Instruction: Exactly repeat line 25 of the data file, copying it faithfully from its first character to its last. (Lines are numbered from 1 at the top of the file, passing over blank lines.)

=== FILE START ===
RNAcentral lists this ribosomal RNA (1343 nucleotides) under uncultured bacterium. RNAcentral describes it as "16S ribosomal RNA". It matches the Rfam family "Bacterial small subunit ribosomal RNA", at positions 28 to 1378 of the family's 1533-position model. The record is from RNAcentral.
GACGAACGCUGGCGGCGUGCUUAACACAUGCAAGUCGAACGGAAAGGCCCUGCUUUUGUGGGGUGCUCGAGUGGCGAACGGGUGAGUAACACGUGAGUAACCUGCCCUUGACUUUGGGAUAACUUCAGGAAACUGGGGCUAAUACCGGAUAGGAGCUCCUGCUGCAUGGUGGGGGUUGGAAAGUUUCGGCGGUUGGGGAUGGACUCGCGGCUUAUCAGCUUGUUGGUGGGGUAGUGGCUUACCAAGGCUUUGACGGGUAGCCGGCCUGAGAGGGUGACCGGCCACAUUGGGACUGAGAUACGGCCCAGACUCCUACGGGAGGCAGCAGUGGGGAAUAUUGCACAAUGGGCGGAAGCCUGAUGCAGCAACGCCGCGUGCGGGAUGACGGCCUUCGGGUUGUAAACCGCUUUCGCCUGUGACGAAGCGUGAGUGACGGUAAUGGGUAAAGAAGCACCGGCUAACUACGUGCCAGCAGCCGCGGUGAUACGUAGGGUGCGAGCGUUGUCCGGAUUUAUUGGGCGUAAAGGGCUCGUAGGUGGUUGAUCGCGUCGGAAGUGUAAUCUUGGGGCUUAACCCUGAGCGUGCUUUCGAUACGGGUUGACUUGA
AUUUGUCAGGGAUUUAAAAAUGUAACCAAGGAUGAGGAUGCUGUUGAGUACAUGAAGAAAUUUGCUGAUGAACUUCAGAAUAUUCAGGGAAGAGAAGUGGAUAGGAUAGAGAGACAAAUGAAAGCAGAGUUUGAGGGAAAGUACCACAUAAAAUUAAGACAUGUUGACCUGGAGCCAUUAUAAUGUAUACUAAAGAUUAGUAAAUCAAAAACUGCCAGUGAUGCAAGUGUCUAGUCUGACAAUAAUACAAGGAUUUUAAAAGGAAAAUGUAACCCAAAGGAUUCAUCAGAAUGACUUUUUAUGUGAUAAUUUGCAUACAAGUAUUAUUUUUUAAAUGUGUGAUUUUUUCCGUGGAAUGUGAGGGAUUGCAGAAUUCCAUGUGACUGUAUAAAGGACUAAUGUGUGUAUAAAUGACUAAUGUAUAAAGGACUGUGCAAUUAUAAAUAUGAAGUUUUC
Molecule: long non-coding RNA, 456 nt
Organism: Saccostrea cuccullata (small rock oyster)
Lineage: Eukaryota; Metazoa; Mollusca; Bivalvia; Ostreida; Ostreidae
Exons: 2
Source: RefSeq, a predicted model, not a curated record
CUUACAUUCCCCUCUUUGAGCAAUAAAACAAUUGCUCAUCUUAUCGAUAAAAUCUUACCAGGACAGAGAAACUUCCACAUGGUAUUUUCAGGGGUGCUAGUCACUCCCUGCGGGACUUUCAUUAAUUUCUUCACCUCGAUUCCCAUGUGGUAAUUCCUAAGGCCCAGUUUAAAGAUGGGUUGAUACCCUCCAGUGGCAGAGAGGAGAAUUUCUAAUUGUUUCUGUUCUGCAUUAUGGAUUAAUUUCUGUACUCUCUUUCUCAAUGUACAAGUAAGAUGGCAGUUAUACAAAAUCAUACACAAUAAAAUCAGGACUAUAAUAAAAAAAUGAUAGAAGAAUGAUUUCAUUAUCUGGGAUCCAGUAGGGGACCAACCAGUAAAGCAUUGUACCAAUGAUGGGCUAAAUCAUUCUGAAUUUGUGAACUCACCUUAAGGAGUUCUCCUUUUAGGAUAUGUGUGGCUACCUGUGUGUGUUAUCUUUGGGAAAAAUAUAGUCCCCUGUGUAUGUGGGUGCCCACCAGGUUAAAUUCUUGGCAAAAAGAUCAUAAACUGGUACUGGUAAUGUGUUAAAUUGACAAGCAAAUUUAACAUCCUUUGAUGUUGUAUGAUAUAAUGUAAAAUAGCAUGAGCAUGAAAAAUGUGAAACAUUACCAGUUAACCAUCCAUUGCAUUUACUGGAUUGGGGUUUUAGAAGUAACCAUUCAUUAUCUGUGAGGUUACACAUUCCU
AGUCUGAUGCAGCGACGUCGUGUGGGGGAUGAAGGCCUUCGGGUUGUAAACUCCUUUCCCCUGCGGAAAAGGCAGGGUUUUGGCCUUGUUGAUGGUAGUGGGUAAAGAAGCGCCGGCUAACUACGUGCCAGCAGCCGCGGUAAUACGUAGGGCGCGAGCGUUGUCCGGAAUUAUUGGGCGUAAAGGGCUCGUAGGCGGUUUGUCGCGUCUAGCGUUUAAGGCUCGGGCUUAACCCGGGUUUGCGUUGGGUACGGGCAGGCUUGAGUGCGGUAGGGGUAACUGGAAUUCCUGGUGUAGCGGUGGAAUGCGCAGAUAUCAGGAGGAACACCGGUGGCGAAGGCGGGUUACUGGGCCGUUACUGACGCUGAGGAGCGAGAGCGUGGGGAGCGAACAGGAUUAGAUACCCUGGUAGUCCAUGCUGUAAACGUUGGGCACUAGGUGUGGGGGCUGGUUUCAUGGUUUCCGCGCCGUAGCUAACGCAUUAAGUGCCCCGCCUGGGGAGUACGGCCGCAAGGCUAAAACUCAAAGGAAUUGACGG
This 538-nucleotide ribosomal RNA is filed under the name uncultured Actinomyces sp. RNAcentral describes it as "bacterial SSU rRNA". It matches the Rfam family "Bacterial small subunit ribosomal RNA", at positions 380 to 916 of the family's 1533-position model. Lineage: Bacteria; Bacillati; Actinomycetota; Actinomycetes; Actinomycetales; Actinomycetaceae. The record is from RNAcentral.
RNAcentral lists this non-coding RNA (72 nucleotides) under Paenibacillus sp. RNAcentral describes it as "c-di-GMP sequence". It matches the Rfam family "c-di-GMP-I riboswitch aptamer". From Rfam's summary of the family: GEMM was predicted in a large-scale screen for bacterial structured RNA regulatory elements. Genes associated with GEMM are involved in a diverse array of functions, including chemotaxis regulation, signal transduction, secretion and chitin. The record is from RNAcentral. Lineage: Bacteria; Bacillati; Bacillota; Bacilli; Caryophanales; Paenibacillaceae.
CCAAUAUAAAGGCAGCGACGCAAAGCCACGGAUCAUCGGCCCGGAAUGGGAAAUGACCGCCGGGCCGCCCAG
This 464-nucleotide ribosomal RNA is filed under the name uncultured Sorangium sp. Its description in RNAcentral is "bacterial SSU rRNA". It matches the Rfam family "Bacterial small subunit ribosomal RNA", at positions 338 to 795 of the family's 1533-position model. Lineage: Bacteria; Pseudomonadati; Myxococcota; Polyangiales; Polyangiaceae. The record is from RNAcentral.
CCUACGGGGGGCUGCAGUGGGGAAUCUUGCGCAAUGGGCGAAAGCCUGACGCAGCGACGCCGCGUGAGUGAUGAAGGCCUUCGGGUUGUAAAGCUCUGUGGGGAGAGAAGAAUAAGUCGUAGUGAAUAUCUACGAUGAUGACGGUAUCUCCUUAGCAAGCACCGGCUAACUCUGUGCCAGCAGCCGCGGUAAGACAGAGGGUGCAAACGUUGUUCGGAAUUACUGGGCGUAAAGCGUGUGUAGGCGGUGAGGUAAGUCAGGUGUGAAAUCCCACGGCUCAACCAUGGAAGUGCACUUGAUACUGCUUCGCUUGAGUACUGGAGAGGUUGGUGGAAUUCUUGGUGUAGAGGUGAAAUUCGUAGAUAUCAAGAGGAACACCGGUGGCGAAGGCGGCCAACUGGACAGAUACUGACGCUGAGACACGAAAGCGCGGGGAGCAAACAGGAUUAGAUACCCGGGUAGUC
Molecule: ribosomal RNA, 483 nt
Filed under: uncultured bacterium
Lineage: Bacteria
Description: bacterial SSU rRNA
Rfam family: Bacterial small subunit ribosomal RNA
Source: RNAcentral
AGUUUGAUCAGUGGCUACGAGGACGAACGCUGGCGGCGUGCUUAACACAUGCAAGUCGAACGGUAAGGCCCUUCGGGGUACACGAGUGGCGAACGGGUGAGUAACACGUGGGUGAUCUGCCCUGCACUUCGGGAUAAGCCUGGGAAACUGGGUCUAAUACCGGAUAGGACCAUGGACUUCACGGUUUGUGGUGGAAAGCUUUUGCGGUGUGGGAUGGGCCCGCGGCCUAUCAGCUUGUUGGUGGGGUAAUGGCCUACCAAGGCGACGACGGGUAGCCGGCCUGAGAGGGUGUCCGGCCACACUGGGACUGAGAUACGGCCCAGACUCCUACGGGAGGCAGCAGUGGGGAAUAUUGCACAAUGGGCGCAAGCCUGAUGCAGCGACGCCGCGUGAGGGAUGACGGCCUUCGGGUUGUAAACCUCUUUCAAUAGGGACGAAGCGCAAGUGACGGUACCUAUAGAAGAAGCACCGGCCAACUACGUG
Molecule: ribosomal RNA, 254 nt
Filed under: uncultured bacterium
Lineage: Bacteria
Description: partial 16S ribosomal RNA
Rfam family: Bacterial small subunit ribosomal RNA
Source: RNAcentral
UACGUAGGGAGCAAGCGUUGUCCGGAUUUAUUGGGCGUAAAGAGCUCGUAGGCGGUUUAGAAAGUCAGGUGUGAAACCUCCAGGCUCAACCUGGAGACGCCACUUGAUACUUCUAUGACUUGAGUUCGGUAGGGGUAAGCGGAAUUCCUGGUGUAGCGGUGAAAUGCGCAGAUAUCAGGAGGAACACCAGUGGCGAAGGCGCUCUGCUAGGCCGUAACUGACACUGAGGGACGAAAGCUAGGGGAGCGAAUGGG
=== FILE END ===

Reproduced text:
Lineage: Bacteria